Formally, my practice is centered around developing, or rather experiencing alternative trajectories where values of (re)presentation, translation, viewing, reading, and understanding intersect. Yet “new” ways of weaving the political value of the artwork in non-political affairs–if such things exist–constitute the core of questions about how to approach and (re)present a certain place. How could a field-tour of observing flora be the pretext for addressing landscape, history, and colony planning? And why would studying the influence of invasive species be the trigger of accumulating consequences that provoke thinking about a society and its economy?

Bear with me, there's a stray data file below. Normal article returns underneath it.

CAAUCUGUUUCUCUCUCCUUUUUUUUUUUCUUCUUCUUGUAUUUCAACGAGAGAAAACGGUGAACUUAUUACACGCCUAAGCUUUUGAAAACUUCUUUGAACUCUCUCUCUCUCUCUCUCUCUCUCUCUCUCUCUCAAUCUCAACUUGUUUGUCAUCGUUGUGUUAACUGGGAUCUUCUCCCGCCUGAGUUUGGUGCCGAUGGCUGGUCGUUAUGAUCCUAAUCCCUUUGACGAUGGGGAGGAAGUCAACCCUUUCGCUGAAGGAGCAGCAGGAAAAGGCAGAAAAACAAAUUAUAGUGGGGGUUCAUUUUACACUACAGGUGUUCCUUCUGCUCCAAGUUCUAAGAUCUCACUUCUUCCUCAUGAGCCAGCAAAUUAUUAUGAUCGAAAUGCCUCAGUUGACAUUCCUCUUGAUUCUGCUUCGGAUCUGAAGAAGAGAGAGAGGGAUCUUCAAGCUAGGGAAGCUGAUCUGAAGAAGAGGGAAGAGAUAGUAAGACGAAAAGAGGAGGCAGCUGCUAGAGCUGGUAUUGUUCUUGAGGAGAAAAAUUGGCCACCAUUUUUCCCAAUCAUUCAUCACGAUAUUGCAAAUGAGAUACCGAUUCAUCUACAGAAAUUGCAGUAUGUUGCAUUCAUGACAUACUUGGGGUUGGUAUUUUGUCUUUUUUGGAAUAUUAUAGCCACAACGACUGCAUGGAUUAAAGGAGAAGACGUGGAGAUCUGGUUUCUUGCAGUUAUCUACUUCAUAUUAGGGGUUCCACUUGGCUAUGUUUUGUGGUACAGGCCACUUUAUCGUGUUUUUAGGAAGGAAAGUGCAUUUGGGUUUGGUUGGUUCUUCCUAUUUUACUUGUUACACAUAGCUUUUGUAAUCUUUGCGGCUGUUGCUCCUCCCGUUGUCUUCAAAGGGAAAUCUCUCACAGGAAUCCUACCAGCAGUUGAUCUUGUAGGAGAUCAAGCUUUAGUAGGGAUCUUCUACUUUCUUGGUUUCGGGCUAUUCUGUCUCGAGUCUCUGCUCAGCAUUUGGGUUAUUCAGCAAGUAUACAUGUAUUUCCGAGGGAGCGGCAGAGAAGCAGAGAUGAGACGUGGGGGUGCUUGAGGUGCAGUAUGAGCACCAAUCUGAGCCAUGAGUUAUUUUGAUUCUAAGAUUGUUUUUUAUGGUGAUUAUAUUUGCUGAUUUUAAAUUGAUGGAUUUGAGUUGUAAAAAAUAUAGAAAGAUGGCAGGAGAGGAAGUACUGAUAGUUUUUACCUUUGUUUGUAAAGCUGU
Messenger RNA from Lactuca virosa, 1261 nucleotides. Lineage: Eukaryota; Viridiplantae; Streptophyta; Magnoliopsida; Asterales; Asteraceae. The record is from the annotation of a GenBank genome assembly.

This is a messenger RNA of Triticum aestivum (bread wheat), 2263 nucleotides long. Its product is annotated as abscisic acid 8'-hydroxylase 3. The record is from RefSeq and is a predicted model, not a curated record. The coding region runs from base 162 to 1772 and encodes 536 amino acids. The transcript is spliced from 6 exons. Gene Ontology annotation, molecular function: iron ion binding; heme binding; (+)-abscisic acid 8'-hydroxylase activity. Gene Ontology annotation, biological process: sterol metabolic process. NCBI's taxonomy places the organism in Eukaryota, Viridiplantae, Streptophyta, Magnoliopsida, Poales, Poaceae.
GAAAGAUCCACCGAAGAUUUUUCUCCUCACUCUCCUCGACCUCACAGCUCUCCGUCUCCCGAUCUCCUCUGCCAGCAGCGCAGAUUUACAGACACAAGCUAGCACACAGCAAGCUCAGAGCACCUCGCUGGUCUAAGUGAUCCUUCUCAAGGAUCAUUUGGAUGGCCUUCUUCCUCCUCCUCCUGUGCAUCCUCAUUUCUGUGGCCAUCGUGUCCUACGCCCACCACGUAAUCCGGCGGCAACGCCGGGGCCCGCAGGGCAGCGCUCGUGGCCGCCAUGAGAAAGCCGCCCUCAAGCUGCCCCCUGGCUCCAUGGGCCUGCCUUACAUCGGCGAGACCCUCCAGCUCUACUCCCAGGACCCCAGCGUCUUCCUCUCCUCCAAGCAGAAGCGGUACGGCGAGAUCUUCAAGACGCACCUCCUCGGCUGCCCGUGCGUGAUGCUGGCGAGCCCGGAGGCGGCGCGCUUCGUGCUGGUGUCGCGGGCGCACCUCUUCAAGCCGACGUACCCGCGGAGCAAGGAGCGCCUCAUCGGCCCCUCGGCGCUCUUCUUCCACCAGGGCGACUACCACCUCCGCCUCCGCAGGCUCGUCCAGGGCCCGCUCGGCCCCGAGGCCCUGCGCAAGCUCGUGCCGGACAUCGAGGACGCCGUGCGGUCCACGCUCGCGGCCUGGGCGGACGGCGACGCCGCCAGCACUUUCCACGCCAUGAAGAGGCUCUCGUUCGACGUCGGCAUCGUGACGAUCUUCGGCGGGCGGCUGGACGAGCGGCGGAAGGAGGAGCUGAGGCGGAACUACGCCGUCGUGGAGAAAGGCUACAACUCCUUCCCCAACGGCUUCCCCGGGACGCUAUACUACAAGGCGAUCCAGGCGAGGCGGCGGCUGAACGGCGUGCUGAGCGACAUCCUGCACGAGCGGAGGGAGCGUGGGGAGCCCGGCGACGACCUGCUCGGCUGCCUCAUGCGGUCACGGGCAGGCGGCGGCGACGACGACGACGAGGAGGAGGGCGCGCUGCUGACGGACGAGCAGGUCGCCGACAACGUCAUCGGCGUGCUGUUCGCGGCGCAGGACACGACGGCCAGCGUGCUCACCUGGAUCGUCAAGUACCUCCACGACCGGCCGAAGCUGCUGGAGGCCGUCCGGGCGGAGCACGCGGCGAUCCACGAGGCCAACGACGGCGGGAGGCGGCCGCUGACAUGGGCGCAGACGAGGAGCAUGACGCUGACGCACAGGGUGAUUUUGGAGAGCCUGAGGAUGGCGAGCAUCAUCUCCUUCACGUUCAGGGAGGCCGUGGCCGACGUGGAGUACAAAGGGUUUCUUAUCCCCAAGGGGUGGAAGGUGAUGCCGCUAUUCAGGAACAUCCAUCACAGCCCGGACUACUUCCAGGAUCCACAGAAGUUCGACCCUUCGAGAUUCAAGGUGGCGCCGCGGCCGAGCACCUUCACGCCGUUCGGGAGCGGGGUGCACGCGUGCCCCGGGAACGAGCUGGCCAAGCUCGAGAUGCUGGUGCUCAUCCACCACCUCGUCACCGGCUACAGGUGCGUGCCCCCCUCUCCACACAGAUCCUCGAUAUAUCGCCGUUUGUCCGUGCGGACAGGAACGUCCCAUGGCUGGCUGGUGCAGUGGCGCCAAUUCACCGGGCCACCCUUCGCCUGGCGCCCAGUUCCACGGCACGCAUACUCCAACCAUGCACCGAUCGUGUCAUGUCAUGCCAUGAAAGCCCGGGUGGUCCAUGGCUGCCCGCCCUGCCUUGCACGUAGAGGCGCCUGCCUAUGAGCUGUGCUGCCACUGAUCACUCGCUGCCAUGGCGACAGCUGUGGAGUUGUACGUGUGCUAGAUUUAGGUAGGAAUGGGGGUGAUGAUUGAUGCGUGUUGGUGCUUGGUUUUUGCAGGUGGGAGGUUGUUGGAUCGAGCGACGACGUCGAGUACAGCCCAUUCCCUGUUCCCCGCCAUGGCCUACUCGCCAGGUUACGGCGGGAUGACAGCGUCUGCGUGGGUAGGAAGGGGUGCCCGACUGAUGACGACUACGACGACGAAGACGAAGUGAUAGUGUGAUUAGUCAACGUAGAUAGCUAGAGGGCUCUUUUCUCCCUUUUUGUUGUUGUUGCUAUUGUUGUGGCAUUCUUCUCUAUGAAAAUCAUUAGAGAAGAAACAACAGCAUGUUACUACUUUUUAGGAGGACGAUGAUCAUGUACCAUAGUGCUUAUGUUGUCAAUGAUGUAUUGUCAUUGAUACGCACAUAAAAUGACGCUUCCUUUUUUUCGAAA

These multilayered concerns on the essence of the artwork, its production, and its politics, stimulate my ways of seeing, together with other aesthetical matters of how to juxtapose static photographs with moving images (video), and (written/outspoken) texts. How can these concerns comprehensively convey personal and common experience/s of the individual and the collective, without ignoring actual events and (past) histories that shape memory?